Sithole, who is a member of the Pietermaritzburg Pensioners’ Forum, says she does not agree with Ramaphosa’s recent announcement that churches are allowed to hold services during level three. “How are people expected to social distance in church? People sing, hug each other and shake hands in church. I do not see how this is going to work, especially for us black people – we love going to church.”
Sithole says most of the senior citizens in her area obey the lockdown rules and regulations. “It’s the youth that are a problem.” She also fears that things will only get worse. “We haven’t found a cure [for Covid-19] and they are already easing the lockdown.”
Soaring household costs
Increasing food prices mean many families risk going to bed without food. A researcher for the Pietermaritzburg Economic Justice and Dignity Group, Julie Smith, says it looks as if the cost of a basket of food for a household might have increased by R973,93 in May, up from the R4 194,93 it cost before the lockdown in March.
“These food costs exclude the cost of household hygiene and domestic products, which women include in their food expenditures. Our basket in May 2020 puts this cost at R693,38 and excludes the extra spend on soaps and disinfectants, which women are now buying more of in an attempt to protect their families from Covid-19.”
More importantly, says Smith, data shows that households are unable to cover the food shortfall entirely. “There are families that simply do not have the money and cannot afford to buy more food. Most women then are finding it harder to feed their families and the periods of nutritional deprivation and hunger are now extended for longer. [Our] data and research findings thus raise very serious questions regarding the adequacy of the government’s interventions to help South Africans during the Covid-19 pandemic.”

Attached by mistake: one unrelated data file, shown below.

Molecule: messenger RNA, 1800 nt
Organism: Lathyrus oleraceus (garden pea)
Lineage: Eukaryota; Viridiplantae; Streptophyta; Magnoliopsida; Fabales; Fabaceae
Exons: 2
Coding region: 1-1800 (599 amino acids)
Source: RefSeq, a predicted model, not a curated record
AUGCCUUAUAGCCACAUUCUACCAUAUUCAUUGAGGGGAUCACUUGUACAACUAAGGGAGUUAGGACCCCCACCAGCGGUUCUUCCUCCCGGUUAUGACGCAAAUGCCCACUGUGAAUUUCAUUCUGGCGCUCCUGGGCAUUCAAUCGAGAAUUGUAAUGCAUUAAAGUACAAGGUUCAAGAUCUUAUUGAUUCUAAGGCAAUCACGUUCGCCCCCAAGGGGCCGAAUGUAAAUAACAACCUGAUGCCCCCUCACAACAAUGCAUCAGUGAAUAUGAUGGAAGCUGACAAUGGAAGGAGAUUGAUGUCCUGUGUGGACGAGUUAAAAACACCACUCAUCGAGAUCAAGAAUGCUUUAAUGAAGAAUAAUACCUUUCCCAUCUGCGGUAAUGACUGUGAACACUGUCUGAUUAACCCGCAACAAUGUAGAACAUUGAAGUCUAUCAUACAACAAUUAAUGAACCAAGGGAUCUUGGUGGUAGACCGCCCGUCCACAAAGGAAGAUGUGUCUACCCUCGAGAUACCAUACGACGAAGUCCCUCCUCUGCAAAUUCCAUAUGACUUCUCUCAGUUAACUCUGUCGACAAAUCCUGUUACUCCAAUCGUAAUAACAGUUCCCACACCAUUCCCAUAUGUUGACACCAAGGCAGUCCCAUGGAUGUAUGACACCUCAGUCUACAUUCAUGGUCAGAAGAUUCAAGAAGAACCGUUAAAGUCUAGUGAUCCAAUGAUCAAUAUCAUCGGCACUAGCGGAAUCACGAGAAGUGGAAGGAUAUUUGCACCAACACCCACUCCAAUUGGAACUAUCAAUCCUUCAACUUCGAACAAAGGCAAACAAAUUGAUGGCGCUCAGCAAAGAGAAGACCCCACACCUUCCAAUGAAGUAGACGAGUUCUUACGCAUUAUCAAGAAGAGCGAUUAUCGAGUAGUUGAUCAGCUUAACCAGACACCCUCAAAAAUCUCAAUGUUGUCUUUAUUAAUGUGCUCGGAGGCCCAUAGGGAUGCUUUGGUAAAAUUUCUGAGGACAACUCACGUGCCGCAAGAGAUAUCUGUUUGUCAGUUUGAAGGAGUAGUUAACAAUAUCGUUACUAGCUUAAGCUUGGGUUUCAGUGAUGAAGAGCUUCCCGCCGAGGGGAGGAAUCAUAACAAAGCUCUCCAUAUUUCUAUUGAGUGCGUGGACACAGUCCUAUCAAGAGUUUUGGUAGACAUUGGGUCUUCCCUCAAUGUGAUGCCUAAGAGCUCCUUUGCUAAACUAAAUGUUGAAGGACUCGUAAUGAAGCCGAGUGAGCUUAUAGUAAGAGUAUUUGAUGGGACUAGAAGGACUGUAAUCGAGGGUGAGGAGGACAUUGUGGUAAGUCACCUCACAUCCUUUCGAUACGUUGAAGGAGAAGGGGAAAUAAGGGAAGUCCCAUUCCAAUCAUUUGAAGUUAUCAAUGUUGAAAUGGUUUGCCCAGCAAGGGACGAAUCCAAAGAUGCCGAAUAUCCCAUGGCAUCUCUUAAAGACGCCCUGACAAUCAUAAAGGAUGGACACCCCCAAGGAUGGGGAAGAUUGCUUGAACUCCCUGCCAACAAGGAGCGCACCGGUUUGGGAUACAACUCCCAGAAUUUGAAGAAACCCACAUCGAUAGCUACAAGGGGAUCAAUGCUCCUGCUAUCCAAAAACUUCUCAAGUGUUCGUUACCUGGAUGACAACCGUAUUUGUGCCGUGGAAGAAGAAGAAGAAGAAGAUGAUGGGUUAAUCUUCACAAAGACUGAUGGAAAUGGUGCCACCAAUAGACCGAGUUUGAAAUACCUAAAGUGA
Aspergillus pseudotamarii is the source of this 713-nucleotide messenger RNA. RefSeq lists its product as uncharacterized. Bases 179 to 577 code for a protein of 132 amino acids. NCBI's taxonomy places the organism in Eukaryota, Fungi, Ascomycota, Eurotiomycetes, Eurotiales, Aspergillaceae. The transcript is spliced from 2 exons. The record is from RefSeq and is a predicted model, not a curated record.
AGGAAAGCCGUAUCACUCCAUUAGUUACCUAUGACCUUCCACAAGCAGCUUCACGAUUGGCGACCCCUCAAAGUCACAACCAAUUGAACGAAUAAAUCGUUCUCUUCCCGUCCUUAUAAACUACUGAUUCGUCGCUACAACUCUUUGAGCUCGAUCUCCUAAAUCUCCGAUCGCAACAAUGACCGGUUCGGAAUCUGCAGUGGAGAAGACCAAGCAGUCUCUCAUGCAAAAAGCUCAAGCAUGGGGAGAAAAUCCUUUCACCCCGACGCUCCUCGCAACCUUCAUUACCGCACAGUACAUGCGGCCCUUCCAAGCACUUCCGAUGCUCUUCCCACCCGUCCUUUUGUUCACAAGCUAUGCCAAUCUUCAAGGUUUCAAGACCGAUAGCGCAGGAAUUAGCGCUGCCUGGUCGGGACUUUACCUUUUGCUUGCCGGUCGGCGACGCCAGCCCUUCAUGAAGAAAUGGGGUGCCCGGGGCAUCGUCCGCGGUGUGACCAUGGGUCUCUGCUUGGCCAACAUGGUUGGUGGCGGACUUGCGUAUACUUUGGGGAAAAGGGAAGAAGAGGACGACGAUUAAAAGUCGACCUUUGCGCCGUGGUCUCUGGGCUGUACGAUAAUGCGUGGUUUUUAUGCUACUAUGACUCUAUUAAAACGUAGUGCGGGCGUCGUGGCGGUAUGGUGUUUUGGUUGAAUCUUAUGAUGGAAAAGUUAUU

With regard to the lockdown’s impact on business activity in the municipality, the chief executive of the Pietermaritzburg and Midlands Chamber of Business, Melanie Veness, says she noted with concern that the city centre and malls were filled with people during level four.
“In respect of businesses, it seems that most were limiting the number of people permitted on their premises, but that there were problems with people queuing outside. Our compliant members in town have been feeling aggrieved because so many businesses that shouldn’t have been operating during level four have been doing so, seemingly with impunity.”
Veness says it’s difficult to balance health and economic needs. “It’s not a great choice for anyone to have to make, but we’re definitely at the tipping point – the point at which we have had to take a decision to open up the economy or risk not having much of one to open.
“We’ve lost several businesses already and there are plenty whose futures are hanging in the balance. I’m still really concerned about restaurants and tourism establishments still having to be closed – I think arrangements could be made for a large part of this sector to trade safely and I appeal to the government to reconsider their position as far as tourism is concerned.”
‘Good’ – for now
Mosa Moshabela, dean of the University of KwaZulu-Natal’s school of nursing and public health, says the number of Covid-19 cases in uMgungundlovu seems to be “quite good for now”, which is surprising given that South Africa’s first case of the disease was diagnosed in the district, on 5 March.
“One would therefore expect that for that reason alone, [Pietermaritzburg] should be among the worst hit in the country. Secondly, they are also a big city, albeit smaller than iTheku [Durban]. You’d therefore expect that the disease would spread because of economic activity and the extent of social engagements.”
Moshabela says the reason Pietermaritzburg has not been hit harder may be attributed to human behaviour. “Remember that the success of containing Covid-19 depends on whether people change behaviour or not. So Pietermaritzburg dealt with the shock, and swift action meant behaviour had to change. It became real for them long before others, and they had time to adapt in many ways and learn how to cope with the virus…”
The danger, warns Moshabela, is that people can become complacent when they realise the situation is not getting worse. “If this happens, we may then expect to see a new increase in infections in Pietermaritzburg, which we have not yet seen.”